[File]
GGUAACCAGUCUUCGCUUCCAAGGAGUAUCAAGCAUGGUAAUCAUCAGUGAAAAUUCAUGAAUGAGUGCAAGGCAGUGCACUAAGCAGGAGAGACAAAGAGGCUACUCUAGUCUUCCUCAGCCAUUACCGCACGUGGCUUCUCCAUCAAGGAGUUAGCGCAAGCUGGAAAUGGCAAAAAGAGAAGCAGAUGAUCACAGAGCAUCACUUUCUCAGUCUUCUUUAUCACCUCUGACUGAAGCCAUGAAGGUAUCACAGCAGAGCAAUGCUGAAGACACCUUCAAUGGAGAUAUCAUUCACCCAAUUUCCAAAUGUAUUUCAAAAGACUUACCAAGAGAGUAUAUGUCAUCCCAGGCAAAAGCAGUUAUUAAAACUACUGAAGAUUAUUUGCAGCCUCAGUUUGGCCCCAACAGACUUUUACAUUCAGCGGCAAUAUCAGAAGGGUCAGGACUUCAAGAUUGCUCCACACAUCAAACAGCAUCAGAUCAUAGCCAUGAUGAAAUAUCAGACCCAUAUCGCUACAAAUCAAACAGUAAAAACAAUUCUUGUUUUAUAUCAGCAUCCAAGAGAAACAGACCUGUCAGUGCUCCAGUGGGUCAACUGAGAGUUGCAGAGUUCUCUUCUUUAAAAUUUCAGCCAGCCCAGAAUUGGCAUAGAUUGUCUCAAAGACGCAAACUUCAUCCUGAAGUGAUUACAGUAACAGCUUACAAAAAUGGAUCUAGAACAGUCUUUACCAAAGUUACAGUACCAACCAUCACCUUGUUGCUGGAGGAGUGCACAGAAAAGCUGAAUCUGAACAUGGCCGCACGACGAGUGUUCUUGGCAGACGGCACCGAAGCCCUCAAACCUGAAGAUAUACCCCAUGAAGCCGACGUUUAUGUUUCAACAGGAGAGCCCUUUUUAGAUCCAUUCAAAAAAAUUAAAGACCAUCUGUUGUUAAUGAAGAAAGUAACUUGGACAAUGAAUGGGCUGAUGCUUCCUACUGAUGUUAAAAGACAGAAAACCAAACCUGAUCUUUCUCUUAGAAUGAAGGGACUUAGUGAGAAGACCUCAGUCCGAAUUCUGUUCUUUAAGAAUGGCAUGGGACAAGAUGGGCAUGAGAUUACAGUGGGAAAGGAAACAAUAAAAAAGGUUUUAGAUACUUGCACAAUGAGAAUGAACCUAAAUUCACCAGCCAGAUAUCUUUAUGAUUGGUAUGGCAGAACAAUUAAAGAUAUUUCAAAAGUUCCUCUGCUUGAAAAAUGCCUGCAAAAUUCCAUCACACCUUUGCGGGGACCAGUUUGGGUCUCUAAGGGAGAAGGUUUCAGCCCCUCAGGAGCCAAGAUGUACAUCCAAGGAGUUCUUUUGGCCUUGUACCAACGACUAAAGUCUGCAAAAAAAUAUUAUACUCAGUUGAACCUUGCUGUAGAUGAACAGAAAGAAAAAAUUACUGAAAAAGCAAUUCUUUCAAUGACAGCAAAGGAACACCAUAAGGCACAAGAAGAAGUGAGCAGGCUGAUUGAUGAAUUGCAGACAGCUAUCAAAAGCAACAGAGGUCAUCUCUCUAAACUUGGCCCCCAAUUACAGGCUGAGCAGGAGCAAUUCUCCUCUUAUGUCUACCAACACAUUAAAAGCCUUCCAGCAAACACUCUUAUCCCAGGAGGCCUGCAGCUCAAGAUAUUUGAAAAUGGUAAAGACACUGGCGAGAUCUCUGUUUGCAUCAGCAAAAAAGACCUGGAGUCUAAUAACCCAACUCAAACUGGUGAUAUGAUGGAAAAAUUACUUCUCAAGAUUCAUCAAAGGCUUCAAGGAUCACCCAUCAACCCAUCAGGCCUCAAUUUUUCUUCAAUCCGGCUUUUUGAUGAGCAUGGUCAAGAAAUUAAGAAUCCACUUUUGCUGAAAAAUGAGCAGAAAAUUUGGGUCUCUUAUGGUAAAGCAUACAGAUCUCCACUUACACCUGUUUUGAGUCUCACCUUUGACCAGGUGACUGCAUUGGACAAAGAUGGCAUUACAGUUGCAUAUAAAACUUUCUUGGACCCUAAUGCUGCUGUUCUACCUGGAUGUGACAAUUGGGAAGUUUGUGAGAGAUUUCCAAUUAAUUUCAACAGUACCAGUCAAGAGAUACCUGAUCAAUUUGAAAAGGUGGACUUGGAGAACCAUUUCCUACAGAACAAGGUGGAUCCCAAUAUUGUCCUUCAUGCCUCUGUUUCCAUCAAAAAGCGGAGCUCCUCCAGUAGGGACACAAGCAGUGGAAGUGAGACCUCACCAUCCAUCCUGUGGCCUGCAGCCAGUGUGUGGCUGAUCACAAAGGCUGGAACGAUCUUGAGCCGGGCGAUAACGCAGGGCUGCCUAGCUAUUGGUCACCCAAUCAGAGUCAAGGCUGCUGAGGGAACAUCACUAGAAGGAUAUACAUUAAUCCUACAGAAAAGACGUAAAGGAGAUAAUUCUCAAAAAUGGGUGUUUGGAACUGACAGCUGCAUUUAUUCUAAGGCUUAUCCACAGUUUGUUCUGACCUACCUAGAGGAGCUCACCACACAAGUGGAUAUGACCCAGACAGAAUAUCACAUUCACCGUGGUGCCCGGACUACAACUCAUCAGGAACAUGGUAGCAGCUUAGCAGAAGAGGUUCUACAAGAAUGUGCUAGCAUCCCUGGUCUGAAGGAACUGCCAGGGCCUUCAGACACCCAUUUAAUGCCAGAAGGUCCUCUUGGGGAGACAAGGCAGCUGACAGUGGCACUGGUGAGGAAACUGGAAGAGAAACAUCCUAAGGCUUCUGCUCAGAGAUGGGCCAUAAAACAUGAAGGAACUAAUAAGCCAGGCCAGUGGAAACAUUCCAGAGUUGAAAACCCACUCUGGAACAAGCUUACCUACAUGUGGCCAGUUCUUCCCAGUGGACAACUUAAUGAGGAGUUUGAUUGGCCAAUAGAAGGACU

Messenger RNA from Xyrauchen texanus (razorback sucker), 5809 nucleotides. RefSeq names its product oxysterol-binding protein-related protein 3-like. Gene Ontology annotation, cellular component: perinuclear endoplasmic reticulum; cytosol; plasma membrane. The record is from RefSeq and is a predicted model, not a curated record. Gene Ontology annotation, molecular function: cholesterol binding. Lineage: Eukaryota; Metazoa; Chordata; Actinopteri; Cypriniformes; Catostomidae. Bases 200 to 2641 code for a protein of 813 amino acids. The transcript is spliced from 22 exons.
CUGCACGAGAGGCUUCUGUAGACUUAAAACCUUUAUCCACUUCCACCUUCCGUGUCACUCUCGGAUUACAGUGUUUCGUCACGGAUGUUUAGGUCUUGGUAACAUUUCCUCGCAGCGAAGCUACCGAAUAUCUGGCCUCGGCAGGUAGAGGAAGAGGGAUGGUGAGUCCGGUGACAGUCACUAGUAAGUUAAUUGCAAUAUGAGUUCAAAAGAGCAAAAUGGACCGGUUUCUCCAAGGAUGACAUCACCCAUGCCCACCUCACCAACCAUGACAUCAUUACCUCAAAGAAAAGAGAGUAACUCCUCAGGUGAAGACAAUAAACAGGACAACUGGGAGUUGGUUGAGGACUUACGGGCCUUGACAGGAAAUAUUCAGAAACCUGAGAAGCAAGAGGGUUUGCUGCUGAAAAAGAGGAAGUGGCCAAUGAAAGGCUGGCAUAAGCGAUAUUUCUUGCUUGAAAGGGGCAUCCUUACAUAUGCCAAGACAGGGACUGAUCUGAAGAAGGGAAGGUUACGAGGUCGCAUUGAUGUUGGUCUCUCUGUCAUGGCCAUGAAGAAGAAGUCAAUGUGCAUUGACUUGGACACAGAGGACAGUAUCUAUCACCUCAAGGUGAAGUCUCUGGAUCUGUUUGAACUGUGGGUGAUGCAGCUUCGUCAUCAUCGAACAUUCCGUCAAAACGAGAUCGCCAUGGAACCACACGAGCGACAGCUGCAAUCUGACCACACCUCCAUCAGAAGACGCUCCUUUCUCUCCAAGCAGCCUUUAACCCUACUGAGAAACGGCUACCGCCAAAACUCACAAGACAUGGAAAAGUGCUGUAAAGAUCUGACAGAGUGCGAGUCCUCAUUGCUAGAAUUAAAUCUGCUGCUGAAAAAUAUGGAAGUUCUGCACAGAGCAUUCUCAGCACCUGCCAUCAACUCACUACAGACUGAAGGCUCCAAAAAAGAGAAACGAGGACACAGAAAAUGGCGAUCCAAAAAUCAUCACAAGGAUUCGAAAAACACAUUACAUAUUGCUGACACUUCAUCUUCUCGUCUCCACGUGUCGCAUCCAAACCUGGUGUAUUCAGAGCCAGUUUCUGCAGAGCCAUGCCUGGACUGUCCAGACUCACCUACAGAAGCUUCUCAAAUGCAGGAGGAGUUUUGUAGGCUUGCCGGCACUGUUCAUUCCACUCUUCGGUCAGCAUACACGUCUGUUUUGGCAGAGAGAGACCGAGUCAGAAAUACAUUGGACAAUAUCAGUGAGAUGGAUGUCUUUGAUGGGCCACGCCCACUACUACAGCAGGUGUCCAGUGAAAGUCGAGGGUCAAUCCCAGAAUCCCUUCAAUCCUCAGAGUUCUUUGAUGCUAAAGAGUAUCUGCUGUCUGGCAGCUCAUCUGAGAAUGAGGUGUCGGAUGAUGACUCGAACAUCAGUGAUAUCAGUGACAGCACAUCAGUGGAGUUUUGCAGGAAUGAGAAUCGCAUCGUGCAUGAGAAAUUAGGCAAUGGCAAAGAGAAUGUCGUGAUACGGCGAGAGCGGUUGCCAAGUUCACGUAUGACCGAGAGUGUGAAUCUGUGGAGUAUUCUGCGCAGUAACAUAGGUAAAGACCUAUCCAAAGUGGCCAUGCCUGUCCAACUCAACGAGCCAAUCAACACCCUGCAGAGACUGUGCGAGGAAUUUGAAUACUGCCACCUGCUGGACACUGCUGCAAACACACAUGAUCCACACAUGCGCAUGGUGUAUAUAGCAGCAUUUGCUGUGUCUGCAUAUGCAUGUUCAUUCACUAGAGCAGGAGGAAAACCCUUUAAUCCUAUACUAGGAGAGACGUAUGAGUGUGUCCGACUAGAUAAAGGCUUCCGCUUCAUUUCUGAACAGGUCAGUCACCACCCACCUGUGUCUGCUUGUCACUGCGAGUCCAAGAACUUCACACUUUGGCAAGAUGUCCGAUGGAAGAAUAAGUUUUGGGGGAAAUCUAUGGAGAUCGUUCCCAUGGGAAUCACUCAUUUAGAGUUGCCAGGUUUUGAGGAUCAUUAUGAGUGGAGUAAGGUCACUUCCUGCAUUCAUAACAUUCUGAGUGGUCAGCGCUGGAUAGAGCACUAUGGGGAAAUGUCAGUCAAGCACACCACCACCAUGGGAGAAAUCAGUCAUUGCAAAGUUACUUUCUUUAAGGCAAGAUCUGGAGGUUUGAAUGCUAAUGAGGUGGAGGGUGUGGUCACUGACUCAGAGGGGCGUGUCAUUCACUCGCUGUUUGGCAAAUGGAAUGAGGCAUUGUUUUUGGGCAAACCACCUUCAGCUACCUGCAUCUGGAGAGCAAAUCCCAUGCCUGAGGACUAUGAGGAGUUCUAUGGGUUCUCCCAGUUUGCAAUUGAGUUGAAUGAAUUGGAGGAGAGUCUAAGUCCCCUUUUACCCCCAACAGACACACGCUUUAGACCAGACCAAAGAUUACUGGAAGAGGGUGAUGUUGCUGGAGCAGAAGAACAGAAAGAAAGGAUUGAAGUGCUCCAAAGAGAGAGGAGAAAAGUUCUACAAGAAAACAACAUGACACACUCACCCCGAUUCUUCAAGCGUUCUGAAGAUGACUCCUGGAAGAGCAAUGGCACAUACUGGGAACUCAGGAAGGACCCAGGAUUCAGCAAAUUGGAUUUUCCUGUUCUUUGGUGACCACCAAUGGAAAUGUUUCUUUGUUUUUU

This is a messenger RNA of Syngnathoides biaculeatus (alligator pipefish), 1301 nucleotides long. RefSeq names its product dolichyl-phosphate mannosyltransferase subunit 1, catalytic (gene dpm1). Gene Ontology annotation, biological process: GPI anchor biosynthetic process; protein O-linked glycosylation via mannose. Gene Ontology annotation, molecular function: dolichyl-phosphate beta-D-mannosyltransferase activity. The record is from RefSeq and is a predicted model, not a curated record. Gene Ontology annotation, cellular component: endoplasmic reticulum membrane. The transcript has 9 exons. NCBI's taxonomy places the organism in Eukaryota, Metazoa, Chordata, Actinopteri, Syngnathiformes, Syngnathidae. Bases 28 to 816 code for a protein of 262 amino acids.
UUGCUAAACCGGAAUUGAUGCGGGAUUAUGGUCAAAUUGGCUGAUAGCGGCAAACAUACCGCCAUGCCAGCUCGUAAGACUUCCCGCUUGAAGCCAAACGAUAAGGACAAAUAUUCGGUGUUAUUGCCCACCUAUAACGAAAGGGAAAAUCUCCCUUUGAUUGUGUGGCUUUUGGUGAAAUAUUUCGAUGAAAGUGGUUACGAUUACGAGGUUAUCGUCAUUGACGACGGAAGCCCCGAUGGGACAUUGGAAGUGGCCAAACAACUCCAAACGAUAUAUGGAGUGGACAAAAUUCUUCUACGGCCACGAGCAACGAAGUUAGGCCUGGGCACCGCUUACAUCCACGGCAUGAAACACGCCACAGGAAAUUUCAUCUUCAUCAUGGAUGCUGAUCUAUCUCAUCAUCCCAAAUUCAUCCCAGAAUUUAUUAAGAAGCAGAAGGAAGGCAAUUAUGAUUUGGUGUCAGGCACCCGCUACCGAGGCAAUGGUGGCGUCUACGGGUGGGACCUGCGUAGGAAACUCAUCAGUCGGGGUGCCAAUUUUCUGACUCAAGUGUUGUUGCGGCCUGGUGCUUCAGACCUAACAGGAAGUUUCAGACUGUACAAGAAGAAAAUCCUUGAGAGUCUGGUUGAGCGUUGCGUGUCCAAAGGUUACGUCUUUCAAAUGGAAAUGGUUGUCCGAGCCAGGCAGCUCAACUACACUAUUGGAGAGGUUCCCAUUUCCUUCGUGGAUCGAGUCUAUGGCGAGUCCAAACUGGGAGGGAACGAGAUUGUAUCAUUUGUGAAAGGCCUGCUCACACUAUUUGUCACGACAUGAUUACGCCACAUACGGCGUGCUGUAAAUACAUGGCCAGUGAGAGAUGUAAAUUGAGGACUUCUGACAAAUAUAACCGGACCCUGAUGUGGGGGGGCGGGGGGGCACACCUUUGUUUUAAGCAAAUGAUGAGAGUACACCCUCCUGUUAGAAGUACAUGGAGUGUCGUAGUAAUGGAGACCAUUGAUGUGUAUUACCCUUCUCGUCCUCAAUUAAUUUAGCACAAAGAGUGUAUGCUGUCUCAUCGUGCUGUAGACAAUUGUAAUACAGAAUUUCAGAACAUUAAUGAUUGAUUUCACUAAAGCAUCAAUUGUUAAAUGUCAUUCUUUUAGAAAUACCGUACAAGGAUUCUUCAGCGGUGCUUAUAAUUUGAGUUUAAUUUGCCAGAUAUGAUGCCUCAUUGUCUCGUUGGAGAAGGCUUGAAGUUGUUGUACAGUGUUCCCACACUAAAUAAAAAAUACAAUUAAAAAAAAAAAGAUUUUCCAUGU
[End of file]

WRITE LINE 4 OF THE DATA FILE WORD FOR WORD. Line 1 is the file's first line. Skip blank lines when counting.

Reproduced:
This is a messenger RNA of Syngnathoides biaculeatus (alligator pipefish), 1301 nucleotides long. RefSeq names its product dolichyl-phosphate mannosyltransferase subunit 1, catalytic (gene dpm1). Gene Ontology annotation, biological process: GPI anchor biosynthetic process; protein O-linked glycosylation via mannose. Gene Ontology annotation, molecular function: dolichyl-phosphate beta-D-mannosyltransferase activity. The record is from RefSeq and is a predicted model, not a curated record. Gene Ontology annotation, cellular component: endoplasmic reticulum membrane. The transcript has 9 exons. NCBI's taxonomy places the organism in Eukaryota, Metazoa, Chordata, Actinopteri, Syngnathiformes, Syngnathidae. Bases 28 to 816 code for a protein of 262 amino acids.